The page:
It's no surprise that No. 9, who has the most human-like characteristics of the group, has other ideas.

He enlists the help of elderly inventor No. 2 (Martin Landau); the mute, prankish archivists Nos. 3 and 4; the one-eyed engineer No. 5 (John C. Reilly); the artistically inclined No. 6 (Crispin Glover); the strong No. 8 (Fred Tatasciore) -- and especially the only female robot, the strong-willed No. 7 (Jennifer Connelly).

The screenplay by Pamela Pettler ("Tim Burton's The Corpse Bride") fleshes out the action with some witty dialogue.

But like "District 9," there's still a feeling that you're watching a very long (79 minutes, with lengthy credits) short subject in which the story doesn't develop much beyond its opening reels.

Where the two films differ are Acker's intoxicatingly rich visuals for the devastated world of "9," which draw extensively on the steampunk style.

"9" (which is a tad intense for very young kids) may not be an instant classic like "Wall-E," but it signals the arrival of Shane Acker as an audacious new talent to watch.

A.O. Scott
"The action is breathless and intense. It shows remarkable imagination."

9, who is about the size and shape of one of those posable tabletop mannequins used by art students, has a soft burlap body and a zipper up his middle. His outsize eyes blink like camera shutters, and they take in a world of monstrous terror and haunting mystery.

In the 10-minute version of the animated film that bears his name, 9 and his comrades -- who I suppose should be called robots, though they are softer and rounder than the contraptions usually evoked by that word -- navigate their surroundings without speech. Now, at feature length, the main character's muteness is a temporary impediment, and he finds himself surrounded by eight other numbered automatons, introduced out of order like a row of Sudoku. (The numerologically inclined will note that the film's opening date is 9/9/09). Some of these figures speak in the polished tones of well-known actors, including John C. Reilly, Jennifer Connelly and Crispin Glover.

Once 2 (Martin Landau) gives him a tuneup, 9 begins asking questions in the voice of Elijah Wood. And one of the virtues of this "9," as of its shorter predecessor (both were directed by Shane Acker, who wrote the feature with Pamela Pettler) is that it does not rush toward answers. Instead it lingers in a strange, sinister and brilliantly realized landscape rich with allusions to the histories of painting, animation, fantastic literature and 20th-century totalitarianism.

It's a lot to stuff into 88 minutes, along with rattling monsters, hectic battle sequences and a series of debates between 9 and 1 (Christopher Plummer) about the proper response to danger. (1 wants to remain safe, hidden and ignorant, while 9 wants to fight, explore and learn. You can guess who prevails). But even though it grows a little busy at times and concludes with an unfortunate and unconvincing foray into mystico-spiritual mumbo jumbo, "9" shows remarkable imagination and visual integrity.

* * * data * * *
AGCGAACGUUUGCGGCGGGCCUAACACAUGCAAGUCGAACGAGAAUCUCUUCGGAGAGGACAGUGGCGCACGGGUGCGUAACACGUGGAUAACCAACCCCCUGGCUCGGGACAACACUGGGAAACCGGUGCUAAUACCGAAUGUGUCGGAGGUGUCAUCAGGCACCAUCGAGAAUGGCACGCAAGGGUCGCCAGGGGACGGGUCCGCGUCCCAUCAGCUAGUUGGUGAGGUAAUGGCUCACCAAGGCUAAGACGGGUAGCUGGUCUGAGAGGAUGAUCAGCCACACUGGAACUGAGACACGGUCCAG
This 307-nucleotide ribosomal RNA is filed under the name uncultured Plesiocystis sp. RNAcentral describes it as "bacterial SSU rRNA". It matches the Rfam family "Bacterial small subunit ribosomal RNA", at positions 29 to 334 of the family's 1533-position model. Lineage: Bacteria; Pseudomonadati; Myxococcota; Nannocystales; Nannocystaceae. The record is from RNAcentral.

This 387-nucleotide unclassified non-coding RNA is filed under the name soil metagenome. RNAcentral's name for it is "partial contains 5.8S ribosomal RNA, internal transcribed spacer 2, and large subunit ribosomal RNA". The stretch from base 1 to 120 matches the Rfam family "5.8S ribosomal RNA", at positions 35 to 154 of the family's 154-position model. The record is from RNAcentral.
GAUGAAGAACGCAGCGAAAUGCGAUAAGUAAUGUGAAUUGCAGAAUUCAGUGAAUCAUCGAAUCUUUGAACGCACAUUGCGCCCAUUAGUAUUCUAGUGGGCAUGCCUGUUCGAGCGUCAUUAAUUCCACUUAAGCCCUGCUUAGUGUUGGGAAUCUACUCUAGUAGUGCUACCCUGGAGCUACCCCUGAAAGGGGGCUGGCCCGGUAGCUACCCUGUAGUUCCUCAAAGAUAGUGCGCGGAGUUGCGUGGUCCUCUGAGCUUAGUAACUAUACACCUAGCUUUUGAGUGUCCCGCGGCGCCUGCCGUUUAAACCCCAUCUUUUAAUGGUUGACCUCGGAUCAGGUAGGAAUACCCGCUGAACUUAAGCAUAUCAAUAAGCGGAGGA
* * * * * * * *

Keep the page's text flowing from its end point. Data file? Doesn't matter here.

Combining two well-worn, endlessly fertile science fiction conceits - the postapocalyptic planet and the sensitive machine - Mr. Acker has made a parable of technological peril that is both exciting and satisfyingly enigmatic. Though he uses the latest computer-assisted techniques, his aesthetic has a pleasingly creaky, handmade feel, as if his main tools were not a mouse and a keyboard but rather a needle and thread.

The evil machines ranged against the soft-bodied robots resemble collaborations between Rube Goldberg and Hieronymus Bosch. They are demonic things with glowing eyes and ferocious appetites. The motive for their murderous zeal is one of the puzzles that 9, in the midst of struggling for survival, must try to solve.

This movie's affinity with "Wall-E," another fable of a soulful machine in a blighted, depopulated milieu, is clear enough, though "9" never achieves that film's lyrical sublimity. Some of Mr. Acker's influences are easy to spot, from experimental animators like Jan Svankmajer and the Brothers Quay to Tim Burton, a producer of "9." Its look is smoky, dusty and vaguely European, and its gadgets have an analog solidity that suggests the futuristic nightmares of a long-ago time.

9 and his brethren, scuttling through bombed-out buildings like partisans in an occupied city, evading predatory bird- and spiderlike foes and quarreling among themselves, also try to piece together their own history. Their inquiry is both metaphysical - who made them, and why? - and practical: what are they made of, and how does it work? Answers are parceled out in quieter moments and in vivid rushes of imagery that punctuate the fights and flights.

The action is breathless and intense, the ravenous villains are frightening to behold, and the overall mood is probably too dark and anxious for very young children. But every effort to expand the range of feature-length animation beyond the confines of cautious family fare is to be welcomed, and budding techno and fantasy geeks are likely to be intrigued and enthralled.